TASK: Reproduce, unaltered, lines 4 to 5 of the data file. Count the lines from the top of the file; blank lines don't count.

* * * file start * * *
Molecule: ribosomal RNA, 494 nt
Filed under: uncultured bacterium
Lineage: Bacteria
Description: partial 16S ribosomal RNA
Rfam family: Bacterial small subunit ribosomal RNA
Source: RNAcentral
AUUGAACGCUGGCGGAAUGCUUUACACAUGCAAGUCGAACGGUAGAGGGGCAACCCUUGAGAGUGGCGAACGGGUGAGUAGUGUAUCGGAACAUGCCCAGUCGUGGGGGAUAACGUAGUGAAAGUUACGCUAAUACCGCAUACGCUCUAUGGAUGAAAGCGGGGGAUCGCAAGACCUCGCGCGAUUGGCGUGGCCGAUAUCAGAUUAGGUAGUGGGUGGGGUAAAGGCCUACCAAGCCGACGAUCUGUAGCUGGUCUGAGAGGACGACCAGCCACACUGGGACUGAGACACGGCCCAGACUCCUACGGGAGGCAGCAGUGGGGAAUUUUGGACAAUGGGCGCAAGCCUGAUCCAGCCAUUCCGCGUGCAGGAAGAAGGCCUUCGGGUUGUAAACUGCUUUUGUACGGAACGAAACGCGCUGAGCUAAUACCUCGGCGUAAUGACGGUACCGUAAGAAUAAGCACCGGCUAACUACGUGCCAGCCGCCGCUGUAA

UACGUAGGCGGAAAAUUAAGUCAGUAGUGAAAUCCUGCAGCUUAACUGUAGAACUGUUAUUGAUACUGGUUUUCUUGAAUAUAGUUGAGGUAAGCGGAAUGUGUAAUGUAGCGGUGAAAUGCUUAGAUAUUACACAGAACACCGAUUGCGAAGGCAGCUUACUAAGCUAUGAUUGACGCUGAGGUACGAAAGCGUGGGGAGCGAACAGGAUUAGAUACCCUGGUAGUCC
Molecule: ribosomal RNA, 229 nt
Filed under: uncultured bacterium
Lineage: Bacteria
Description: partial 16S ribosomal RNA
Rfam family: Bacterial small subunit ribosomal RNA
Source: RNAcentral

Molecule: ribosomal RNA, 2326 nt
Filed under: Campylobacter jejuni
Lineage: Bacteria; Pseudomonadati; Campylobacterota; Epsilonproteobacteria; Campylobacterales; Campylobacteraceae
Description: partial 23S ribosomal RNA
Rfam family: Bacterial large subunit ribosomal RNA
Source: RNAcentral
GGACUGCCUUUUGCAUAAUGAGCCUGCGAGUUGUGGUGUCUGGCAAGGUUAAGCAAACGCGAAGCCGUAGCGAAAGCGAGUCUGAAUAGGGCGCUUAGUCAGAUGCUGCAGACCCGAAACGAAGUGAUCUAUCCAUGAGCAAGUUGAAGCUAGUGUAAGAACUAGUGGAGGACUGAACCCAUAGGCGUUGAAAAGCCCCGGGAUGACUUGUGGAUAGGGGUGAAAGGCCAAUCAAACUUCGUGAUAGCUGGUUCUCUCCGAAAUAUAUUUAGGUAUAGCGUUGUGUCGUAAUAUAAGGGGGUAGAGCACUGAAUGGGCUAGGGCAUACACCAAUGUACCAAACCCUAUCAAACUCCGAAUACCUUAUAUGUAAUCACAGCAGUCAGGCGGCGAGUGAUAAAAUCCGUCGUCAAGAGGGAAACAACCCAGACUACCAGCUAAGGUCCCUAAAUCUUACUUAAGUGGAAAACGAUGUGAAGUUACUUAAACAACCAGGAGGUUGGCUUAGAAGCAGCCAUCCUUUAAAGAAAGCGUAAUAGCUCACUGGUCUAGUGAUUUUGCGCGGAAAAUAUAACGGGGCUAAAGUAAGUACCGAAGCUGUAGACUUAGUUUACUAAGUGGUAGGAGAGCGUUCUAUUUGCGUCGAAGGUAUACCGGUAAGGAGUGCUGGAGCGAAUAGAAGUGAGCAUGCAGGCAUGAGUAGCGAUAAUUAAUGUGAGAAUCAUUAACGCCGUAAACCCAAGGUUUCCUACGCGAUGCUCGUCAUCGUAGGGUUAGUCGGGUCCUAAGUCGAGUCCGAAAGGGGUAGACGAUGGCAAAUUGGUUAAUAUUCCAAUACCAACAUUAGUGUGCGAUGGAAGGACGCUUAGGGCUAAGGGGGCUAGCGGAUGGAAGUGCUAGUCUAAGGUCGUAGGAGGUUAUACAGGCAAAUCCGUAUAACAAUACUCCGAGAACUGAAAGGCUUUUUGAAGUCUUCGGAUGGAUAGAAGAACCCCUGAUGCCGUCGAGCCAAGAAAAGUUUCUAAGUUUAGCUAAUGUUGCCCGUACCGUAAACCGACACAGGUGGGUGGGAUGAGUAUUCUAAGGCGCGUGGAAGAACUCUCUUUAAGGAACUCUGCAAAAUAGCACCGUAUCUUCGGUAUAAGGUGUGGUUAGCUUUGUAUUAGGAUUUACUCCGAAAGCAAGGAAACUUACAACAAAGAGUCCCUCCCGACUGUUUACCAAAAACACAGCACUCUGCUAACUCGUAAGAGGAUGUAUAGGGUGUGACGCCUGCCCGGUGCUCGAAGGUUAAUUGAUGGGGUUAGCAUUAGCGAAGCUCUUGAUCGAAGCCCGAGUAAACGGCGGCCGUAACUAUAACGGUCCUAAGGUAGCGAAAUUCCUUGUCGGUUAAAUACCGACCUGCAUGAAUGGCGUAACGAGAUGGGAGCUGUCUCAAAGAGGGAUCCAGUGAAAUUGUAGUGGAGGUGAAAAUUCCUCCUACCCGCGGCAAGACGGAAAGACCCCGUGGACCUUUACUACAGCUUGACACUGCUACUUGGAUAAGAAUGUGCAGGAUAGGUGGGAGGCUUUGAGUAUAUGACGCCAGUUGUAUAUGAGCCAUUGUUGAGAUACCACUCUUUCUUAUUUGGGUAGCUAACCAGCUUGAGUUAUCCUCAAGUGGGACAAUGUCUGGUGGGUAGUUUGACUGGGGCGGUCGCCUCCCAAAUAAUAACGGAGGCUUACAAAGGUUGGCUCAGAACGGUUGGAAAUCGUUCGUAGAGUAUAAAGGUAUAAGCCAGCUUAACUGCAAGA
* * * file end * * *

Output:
Description: partial 16S ribosomal RNA
Rfam family: Bacterial small subunit ribosomal RNA